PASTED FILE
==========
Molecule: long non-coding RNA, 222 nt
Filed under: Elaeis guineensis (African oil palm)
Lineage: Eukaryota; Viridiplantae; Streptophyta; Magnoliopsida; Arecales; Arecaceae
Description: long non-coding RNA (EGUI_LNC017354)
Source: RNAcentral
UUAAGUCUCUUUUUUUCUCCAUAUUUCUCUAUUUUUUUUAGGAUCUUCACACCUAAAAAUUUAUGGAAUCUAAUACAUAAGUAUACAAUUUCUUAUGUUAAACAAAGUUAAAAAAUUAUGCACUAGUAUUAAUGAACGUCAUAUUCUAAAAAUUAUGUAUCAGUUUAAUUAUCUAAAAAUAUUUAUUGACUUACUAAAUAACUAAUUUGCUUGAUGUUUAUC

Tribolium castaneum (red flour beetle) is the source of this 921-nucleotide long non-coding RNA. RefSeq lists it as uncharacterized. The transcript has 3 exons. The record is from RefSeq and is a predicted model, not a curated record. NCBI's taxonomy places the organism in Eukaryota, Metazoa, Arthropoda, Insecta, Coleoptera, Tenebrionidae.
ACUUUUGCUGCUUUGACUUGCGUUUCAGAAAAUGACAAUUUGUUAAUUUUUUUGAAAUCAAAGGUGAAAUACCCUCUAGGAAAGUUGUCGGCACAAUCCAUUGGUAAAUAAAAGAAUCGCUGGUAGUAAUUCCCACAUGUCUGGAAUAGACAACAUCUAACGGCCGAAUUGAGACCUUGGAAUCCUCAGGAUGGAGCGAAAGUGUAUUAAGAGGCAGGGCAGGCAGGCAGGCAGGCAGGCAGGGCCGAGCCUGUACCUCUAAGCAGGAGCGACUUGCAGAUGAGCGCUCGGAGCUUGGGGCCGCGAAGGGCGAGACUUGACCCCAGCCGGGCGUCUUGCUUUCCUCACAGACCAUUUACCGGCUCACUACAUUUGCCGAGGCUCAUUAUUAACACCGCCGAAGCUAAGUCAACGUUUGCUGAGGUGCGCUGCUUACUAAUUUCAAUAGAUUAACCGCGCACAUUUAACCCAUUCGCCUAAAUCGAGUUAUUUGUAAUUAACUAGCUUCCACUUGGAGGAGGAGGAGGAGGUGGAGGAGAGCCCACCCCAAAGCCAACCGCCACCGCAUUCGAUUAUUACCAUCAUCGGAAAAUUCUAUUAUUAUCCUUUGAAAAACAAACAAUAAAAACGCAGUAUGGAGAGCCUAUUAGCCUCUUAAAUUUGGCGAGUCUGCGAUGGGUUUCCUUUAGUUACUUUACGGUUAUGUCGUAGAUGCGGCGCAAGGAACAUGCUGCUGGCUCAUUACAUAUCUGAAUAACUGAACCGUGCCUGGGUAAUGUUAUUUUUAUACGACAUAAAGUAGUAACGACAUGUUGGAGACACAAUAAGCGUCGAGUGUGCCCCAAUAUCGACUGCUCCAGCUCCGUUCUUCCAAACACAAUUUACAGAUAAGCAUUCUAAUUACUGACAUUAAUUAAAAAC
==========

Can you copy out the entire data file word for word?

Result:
Molecule: long non-coding RNA, 222 nt
Filed under: Elaeis guineensis (African oil palm)
Lineage: Eukaryota; Viridiplantae; Streptophyta; Magnoliopsida; Arecales; Arecaceae
Description: long non-coding RNA (EGUI_LNC017354)
Source: RNAcentral
UUAAGUCUCUUUUUUUCUCCAUAUUUCUCUAUUUUUUUUAGGAUCUUCACACCUAAAAAUUUAUGGAAUCUAAUACAUAAGUAUACAAUUUCUUAUGUUAAACAAAGUUAAAAAAUUAUGCACUAGUAUUAAUGAACGUCAUAUUCUAAAAAUUAUGUAUCAGUUUAAUUAUCUAAAAAUAUUUAUUGACUUACUAAAUAACUAAUUUGCUUGAUGUUUAUC

Tribolium castaneum (red flour beetle) is the source of this 921-nucleotide long non-coding RNA. RefSeq lists it as uncharacterized. The transcript has 3 exons. The record is from RefSeq and is a predicted model, not a curated record. NCBI's taxonomy places the organism in Eukaryota, Metazoa, Arthropoda, Insecta, Coleoptera, Tenebrionidae.
ACUUUUGCUGCUUUGACUUGCGUUUCAGAAAAUGACAAUUUGUUAAUUUUUUUGAAAUCAAAGGUGAAAUACCCUCUAGGAAAGUUGUCGGCACAAUCCAUUGGUAAAUAAAAGAAUCGCUGGUAGUAAUUCCCACAUGUCUGGAAUAGACAACAUCUAACGGCCGAAUUGAGACCUUGGAAUCCUCAGGAUGGAGCGAAAGUGUAUUAAGAGGCAGGGCAGGCAGGCAGGCAGGCAGGCAGGGCCGAGCCUGUACCUCUAAGCAGGAGCGACUUGCAGAUGAGCGCUCGGAGCUUGGGGCCGCGAAGGGCGAGACUUGACCCCAGCCGGGCGUCUUGCUUUCCUCACAGACCAUUUACCGGCUCACUACAUUUGCCGAGGCUCAUUAUUAACACCGCCGAAGCUAAGUCAACGUUUGCUGAGGUGCGCUGCUUACUAAUUUCAAUAGAUUAACCGCGCACAUUUAACCCAUUCGCCUAAAUCGAGUUAUUUGUAAUUAACUAGCUUCCACUUGGAGGAGGAGGAGGAGGUGGAGGAGAGCCCACCCCAAAGCCAACCGCCACCGCAUUCGAUUAUUACCAUCAUCGGAAAAUUCUAUUAUUAUCCUUUGAAAAACAAACAAUAAAAACGCAGUAUGGAGAGCCUAUUAGCCUCUUAAAUUUGGCGAGUCUGCGAUGGGUUUCCUUUAGUUACUUUACGGUUAUGUCGUAGAUGCGGCGCAAGGAACAUGCUGCUGGCUCAUUACAUAUCUGAAUAACUGAACCGUGCCUGGGUAAUGUUAUUUUUAUACGACAUAAAGUAGUAACGACAUGUUGGAGACACAAUAAGCGUCGAGUGUGCCCCAAUAUCGACUGCUCCAGCUCCGUUCUUCCAAACACAAUUUACAGAUAAGCAUUCUAAUUACUGACAUUAAUUAAAAAC